Bald eagle conservation successes make ‘nesting season’ a spectacle
LINCOLN, Neb. (KOLN) - Bald eagle conservationists in Nebraska can take in what they’ve worked decades to accomplish, as bald eagle numbers continue to soar from where they were decades ago. Now the effort is more focused on keeping the public aware of their presence.
Over the past few weeks, its been an influx of the avian variety with bald eagles, likely as many as a few thousand being spotted across Nebraska.
“This is a really exciting time for bald eagles in the state,” said Joel Jorgensen, the Nongame Bird Program Manager for the Nebraska Game and Parks Commission.
That population is a mix of juveniles who are brown and the older eagles with distinct white heads. Many are resident eagles who call Nebraska home, and others are migratory ones passing through, with many stopping at Branched Oak Lake just outside Lincoln.
“We have our local resident bald eagles nesting right now,” Jorgensen said. “They’ve just put down their eggs.”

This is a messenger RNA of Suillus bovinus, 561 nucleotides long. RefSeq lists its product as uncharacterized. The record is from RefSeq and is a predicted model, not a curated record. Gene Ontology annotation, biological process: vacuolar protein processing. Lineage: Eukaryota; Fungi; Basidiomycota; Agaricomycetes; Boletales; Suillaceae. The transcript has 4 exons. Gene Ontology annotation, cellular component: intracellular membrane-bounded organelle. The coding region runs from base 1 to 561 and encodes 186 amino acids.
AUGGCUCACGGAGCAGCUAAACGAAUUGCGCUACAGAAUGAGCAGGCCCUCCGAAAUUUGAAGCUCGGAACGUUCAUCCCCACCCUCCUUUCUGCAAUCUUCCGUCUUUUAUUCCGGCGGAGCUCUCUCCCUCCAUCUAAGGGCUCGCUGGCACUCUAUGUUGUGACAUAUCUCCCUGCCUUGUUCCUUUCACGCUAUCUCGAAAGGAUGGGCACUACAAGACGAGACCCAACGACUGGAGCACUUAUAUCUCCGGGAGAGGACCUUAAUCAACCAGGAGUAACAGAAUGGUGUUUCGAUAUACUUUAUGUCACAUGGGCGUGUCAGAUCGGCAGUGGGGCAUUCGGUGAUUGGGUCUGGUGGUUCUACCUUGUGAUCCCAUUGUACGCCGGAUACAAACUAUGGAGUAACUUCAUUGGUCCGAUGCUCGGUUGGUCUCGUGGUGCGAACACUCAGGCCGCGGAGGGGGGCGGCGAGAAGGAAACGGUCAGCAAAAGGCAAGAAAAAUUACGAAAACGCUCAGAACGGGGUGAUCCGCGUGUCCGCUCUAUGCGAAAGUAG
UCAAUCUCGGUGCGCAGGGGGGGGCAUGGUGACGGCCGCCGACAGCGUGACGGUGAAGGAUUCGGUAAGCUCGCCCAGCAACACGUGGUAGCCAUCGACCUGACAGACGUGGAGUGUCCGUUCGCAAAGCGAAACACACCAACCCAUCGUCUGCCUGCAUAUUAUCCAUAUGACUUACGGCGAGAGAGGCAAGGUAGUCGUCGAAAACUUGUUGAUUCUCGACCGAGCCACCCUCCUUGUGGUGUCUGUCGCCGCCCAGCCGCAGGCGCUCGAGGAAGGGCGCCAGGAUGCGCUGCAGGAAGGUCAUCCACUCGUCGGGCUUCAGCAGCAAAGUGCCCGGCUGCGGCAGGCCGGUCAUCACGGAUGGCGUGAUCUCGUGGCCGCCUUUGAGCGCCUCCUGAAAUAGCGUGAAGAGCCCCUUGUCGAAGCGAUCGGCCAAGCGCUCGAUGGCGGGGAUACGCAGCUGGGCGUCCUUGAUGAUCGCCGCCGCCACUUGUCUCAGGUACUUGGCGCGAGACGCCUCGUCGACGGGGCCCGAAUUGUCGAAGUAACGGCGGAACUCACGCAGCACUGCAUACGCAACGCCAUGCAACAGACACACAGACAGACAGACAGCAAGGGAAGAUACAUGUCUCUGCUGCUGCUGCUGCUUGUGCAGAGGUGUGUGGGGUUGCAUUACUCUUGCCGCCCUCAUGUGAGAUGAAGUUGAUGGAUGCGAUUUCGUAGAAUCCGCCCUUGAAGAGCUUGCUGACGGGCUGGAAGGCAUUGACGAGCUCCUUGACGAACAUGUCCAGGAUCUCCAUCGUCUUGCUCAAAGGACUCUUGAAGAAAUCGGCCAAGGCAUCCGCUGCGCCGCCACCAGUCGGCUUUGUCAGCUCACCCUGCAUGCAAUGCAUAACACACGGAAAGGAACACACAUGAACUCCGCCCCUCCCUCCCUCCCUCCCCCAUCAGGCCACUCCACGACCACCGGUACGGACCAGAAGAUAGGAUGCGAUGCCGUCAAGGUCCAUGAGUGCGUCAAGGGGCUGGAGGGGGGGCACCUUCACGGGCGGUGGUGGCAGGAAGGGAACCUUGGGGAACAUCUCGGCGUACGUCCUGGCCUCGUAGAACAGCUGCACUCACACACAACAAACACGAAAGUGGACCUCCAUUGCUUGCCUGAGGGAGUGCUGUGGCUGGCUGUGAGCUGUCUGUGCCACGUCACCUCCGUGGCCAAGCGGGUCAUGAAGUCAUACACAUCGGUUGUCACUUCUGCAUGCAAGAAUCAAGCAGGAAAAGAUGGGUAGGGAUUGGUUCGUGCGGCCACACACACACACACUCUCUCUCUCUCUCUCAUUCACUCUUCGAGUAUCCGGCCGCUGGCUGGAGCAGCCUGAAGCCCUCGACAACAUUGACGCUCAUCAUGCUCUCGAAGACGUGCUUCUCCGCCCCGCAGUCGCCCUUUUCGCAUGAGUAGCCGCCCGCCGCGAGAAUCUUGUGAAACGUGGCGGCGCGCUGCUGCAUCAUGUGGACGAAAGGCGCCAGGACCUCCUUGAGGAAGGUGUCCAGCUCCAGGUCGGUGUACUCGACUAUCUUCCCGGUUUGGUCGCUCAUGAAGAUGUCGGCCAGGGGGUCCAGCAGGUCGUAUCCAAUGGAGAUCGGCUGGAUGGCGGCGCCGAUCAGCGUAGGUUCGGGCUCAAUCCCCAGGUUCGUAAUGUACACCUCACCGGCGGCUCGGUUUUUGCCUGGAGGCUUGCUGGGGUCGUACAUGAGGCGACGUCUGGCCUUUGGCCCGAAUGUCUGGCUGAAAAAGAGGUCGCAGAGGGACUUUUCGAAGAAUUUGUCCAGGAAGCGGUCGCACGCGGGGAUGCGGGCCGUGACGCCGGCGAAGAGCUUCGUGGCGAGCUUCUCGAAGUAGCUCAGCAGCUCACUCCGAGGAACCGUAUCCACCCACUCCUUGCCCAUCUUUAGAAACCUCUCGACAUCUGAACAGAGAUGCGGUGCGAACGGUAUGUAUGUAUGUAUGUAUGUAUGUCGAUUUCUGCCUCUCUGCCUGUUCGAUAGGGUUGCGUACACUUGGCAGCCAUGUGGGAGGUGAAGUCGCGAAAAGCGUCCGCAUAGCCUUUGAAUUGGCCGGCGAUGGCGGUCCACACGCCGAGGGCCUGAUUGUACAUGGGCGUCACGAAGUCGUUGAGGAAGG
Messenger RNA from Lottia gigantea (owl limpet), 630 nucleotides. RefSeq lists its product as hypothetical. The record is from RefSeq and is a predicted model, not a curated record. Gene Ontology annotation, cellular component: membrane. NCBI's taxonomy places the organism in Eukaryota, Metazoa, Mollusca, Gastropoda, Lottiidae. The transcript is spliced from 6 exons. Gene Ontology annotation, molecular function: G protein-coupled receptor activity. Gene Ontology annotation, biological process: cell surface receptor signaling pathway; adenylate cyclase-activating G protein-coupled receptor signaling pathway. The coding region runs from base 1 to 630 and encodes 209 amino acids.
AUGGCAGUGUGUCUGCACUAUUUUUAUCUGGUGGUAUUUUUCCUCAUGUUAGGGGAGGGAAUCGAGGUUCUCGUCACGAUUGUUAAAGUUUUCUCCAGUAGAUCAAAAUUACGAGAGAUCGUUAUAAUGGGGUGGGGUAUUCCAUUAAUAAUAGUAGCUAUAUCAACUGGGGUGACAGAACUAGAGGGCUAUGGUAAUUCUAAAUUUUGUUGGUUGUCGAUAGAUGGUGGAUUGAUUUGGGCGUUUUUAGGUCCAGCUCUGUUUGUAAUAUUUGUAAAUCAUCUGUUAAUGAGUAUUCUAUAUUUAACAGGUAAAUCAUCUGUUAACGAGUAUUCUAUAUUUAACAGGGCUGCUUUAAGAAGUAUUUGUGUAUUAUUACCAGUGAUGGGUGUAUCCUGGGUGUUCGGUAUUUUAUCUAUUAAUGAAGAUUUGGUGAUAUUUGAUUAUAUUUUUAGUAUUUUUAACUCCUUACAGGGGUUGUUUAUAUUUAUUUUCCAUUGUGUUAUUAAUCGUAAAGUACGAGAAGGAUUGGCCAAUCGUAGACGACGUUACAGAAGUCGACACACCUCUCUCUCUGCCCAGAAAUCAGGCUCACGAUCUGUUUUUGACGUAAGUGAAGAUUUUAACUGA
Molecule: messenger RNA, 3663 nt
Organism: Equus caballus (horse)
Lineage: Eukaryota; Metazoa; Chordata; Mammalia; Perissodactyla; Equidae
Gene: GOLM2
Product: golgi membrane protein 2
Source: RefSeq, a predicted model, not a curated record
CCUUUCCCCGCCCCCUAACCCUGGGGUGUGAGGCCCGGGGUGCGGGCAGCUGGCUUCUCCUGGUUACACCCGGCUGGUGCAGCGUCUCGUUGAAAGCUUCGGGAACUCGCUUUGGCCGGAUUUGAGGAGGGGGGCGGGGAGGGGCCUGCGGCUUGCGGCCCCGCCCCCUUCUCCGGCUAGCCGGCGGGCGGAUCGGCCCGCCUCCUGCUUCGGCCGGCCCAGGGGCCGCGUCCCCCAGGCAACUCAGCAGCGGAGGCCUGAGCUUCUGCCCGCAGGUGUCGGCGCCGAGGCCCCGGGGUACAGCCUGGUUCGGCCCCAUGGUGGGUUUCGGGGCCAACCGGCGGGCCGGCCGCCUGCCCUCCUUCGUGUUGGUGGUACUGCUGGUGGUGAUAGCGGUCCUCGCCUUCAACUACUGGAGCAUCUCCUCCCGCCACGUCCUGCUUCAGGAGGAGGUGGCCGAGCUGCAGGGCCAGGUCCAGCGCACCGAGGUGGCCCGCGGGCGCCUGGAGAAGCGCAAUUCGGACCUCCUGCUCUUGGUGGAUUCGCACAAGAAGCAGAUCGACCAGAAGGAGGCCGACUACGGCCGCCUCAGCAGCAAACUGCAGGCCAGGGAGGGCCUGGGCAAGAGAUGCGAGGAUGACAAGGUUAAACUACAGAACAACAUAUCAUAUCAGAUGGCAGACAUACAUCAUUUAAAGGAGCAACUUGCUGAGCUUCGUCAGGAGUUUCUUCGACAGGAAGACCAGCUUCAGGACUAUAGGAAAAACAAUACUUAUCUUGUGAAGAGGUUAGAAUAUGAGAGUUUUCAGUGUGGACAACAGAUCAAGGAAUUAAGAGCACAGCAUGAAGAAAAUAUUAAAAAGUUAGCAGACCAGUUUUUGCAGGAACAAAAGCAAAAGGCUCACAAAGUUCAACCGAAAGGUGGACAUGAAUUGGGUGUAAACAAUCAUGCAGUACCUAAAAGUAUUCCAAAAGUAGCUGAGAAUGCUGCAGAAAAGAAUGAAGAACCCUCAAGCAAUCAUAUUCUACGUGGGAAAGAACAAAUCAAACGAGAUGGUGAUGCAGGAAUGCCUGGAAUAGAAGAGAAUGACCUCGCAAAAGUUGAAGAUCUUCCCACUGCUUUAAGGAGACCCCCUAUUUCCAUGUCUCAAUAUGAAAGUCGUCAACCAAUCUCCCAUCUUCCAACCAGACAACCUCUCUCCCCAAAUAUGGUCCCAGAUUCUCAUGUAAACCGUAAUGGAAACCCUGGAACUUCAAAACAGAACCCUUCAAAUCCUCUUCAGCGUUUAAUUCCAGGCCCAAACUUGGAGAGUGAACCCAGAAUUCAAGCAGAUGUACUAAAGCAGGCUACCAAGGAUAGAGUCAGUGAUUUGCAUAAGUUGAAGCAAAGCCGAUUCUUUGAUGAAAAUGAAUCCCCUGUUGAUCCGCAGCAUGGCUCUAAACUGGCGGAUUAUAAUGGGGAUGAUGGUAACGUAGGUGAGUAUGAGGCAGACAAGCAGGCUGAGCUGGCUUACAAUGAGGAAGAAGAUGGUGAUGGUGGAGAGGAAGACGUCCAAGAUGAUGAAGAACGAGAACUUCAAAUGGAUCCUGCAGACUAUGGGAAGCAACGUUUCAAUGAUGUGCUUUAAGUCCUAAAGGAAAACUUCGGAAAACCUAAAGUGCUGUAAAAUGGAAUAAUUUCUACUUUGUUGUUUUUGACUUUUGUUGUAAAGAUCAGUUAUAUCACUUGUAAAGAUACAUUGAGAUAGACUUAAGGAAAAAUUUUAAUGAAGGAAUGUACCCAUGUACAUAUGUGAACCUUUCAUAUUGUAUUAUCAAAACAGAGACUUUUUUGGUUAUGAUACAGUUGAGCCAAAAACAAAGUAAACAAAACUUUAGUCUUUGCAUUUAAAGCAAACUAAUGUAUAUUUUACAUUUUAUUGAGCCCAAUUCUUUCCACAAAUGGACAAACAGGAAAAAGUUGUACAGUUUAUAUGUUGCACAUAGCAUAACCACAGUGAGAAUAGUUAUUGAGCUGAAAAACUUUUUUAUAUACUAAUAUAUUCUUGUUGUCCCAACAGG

For being the national bird, bald eagle numbers haven’t always been this high. The federal government declared them endangered in 1978, and around the same decade in Nebraska, a population recovery goal was set. The goal was to get just 10 nesting pairs in the state.
In 1990, the state found itself with none. Today, experts estimate Nebraska has anywhere from 200 to 300 nesting pairs.
“For a bird that has a relatively slow rate of reproduction to go from zero to 200 to 300 is really, really remarkable,” Jorgensen said.
By 2007, bald eagles were removed from the U.S. Endangered List. Jorgensen said it’s not just how many eagles call the state home that’s surprising, but where they’re nesting too.
“Really kind of close to cities, close to human habitation,” Jorgensen said.
A location that Jorgensen said you wouldn’t have seen a nest even a few decades ago is right on the east edge of Lincoln, off a busy road and a few feet away from noisy trains and trucks. Jorgensen said the eagles who have nested there have adapted well to the area and aren’t as easily spooked or bothered as those you might see at Branched Oak or elsewhere.
Game and Parks said would-be eagle spotters still have about a week left to view migratory eagles at Branched Oak Lake.
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